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النشر الإلكتروني

IX.

What though, in scene so dark and age so past,
Deformed was Truth, and desecrated Rite ?
What though into the Shrine was rising fast
The Idol, Sense, which ever doth incite
Vain Passion's ardour, Superstition's blight ?
Their hearts a heavenly Charity subdued !
It swelled the onset of their holy fight !

Intrepid, melting, every power embued !
All triumph they abjured but in the Bleeding Rood !

X.

Nor shall I lose Thine impress, wondrous Spot !
Howe'er my pilgrim feet may stray afar :
Nor shall thy lustre fade, whate'er the lot
Haply thy renovation shall debar,-
Of faith the Pharos long, of man the Star !
Nor call it fickle chance or cruel fate,
The Olive blooms which not a Flood could mar !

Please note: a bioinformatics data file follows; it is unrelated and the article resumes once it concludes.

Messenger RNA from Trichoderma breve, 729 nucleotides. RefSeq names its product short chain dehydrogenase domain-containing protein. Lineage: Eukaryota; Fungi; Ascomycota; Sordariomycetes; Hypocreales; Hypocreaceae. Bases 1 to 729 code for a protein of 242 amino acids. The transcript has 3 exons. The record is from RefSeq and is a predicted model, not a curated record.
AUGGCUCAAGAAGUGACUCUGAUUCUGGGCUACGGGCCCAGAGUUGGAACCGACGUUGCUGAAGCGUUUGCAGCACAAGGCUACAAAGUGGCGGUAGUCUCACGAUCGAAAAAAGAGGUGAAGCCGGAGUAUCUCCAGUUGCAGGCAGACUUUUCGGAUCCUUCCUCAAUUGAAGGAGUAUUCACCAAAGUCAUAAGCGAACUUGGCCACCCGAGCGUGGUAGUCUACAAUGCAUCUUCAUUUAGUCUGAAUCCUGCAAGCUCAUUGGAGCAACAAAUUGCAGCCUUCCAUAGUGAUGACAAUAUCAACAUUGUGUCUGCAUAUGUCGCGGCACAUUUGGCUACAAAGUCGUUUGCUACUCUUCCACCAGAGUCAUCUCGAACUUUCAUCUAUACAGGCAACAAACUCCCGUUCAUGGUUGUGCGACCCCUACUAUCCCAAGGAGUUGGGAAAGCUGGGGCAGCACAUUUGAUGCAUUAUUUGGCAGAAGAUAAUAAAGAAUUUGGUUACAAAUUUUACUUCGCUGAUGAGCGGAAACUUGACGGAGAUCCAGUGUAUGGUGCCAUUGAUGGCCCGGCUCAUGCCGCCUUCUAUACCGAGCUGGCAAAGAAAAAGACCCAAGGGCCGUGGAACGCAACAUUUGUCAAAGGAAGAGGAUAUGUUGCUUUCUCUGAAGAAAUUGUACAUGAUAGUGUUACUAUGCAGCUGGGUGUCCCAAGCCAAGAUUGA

Rest thee, Blest Ark ! for new-born ages date
From thy subsiding, and new worlds thy Dove await !

(1.) The Bay of Martyrs is still shown to the stranger.
(2.) The Nunnery of St. Oran.
(3) The Cell of Monks.
(4.) The Cathedral.
(5.) “ Rosse.-_Where is Duncan's body ?
Macduff..-Carried to Colmes-Kill;

The sacred storehouse of his predecessors,

And guardian of their bones.”—Macbeth. (6) 1 Sam. X. 26. (7.) Psa. lxviii. 11. (8.) “ Ad portum quietis et aram misericordiæ tandem, Luci, venisti."

Apuleius. (9) Dan. xii. 3.

DOVEDALE.

EMBRACED by mountains of precipitous rock,

Embosoming fair Flora's sweet domain,

Perfumed with all her starlit fragrant train, Cloistered in silence which a breath could shock,Awful Ravine ! and yet most tranquil glen!

Long since the shattering earthquake's womb has burst Which gave Thee life, the mighty throes which then

Brought forth this River-child, which thou hast nurst! Well hast thou kept it! Thou dost brave the blast,

Nor let it rudely visit its clear face,

On which thou fondly mayst, as mothers, trace
Thy larger features far more lovely glassed !

O foster-parent, sure such child of love
And peace requites thee! still, still screen thy Dove !

Hail peaceful, living, most pellucid, stream !